Flashcards in Morphology Deck (39)
deals with the structure of words
elements that do not have to occur in a fixed position with respect to neighbouring elements, and (in many cases) can appear in isolation
-smallest unit in language that carries information about lexical or grammatical meaning
-reactivate: re-, act, -iv, -ate
-monomorphemic, consisting of a single morpheme
-polymorphemic, consisting of two or more morphemes
-Free vs. bound
-Root vs. affix:morpheme’s position within word
-Derivational vs. inflectional
Free vs. bound
-refer to the morpheme’s ability to occur on its own
-free morpheme: can be a word by itself.
-A bound morpheme: must be attached to another element.
-core, necessary element of a word.
-Free: English morphemes do, treat, and happy in re-do, treat-ment, un-happy.
-Bound: e.g. Japanese arui-
Derivational vs. inflectional
refer to the morpheme’s function within the word
-part to which an affix attaches
-Affix(es): (optional) all the other morphemes in the word; affixes are always bound morphemes
-Prefix: an affix that attaches to the front of the base (re-do).
-Suffix: an affix that attaches to the end of the base (act-iv-ate).
-Infix: an affix that occurs within another morpheme. (bili-binili)
Decomposing words into morphemes
-subtract the outermost morpheme and check whether the rest of the form exists as a word having the same/related meaning
-uses affixes to form words distinct from their bases in meaning and/or grammatical categories
-nation - nation-al - national-ity.
-noun adjective noun
Parts of speech
-N = noun (the ___, a/an ___ ).
-V = verb (agree with the subject with respect to gender/number/person, etc.).
-A = adjective (modify N, be/look/feel/sound__ ).
-Adv = adverb (modify V, modify A, modify sentence).
-P = preposition ( __ N; in, on, with, during, etc.).
-modifies a word’s form to mark some grammatical information (as opposed to the lexical meaning). It is most often expressed by affixation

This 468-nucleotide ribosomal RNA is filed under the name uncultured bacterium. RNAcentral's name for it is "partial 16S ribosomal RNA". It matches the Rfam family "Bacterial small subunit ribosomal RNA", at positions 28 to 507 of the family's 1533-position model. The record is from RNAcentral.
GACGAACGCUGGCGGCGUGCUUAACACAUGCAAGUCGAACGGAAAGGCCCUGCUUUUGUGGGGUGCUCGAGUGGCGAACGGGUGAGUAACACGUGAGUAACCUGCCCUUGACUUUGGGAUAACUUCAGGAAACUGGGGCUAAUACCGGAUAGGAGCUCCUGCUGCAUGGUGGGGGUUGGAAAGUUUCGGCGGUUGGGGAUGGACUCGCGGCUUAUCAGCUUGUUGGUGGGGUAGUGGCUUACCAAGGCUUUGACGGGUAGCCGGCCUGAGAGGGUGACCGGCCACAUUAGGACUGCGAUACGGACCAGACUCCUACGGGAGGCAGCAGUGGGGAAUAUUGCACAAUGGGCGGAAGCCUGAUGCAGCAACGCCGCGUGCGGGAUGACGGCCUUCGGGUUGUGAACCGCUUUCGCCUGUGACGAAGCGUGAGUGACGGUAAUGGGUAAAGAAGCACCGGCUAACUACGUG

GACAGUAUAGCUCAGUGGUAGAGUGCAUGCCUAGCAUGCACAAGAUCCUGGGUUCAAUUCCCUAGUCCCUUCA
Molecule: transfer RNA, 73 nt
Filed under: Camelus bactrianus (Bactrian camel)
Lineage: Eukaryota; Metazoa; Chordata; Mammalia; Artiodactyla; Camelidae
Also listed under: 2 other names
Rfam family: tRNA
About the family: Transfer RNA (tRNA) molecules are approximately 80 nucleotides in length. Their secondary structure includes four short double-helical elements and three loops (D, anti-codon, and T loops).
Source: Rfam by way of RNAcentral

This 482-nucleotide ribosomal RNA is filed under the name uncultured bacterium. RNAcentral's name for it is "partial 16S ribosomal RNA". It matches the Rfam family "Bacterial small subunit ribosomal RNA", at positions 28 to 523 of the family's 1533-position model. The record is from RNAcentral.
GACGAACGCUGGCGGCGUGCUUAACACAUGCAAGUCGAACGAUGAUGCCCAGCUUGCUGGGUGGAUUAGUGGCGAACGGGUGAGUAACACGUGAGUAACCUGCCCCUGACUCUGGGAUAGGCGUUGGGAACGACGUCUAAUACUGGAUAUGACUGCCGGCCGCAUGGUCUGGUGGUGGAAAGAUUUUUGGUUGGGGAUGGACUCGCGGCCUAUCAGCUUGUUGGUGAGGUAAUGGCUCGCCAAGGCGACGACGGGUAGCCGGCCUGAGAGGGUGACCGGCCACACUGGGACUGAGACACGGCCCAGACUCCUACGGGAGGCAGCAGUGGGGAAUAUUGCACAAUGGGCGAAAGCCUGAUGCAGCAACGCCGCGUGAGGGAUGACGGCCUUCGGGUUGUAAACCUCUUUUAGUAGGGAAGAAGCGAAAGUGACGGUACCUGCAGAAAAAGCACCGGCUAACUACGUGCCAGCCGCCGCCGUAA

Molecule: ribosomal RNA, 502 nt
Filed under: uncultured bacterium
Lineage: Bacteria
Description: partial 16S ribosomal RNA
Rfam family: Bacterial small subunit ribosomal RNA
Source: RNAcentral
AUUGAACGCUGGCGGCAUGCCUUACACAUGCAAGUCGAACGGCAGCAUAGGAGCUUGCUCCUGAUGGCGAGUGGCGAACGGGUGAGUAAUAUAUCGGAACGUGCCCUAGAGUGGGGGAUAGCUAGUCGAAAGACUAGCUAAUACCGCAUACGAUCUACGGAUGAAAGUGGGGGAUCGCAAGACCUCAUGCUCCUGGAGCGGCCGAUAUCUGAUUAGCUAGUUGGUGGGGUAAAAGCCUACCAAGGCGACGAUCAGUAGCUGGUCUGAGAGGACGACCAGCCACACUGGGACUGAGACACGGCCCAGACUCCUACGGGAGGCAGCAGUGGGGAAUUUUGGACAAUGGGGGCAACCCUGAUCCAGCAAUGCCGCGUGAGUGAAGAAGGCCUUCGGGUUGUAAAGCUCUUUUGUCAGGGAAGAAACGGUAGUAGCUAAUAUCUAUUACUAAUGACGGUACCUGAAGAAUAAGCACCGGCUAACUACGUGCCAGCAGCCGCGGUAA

-the books, He reads well, the smaller one
-English inflection is marked by suffixation
-can express a range of grammatical meanings:
-Number, Gender, Person, Tense, and Case.
-Note, however, that inflection is not the only way to express grammatical meaning
-expresses contrasts for countable quantities.
-The categories of Singular, Dual, and Plural.
-expresses contrasts in noun classes.
-categories of Masculine, Feminine, Neuter.
-Depending on the gender of the noun, other words agree in gender.
-expresses contrasts between the speaker, the addressee, and anyone else referred to in the sentence.
-First Person (speaker(s)), Second Person (addressee(s)), Third Person (anyone else).
-English 1st: I, me, we, us; 2nd: you; 3rd: he, she, it, they, them
-expresses the time of an event/state in reference to the speech moment.
-Past, Present, and Future
-Progressive (continuation), Perfect (completion)
-Progressive: He is eating an apple.
-Perfect: He has eaten
-expresses the role of words in sentences:
-Subject, Object, Possessive/Genitive, etc.
-grammatical contrasts are indicated by substitution of segments within a root/stem
-sing-sang, drive-drove, foot-feet
-grammatical contrasts are indicated by replacing morphemes with phonologically unrelated ones
-grammatical contrasts are indicated by repeating all or part of the base
-grammatical contrasts are indicated by changing tone
-add to the lexical meaning expressed by the root (express grammatical function)
-change the lexical meaning expressed by the root (and usually change its part of speech too)
-sensitive to the lexical category of its base
Derivation of words
Not all affixes can attach directly to the root
show the internal structure of words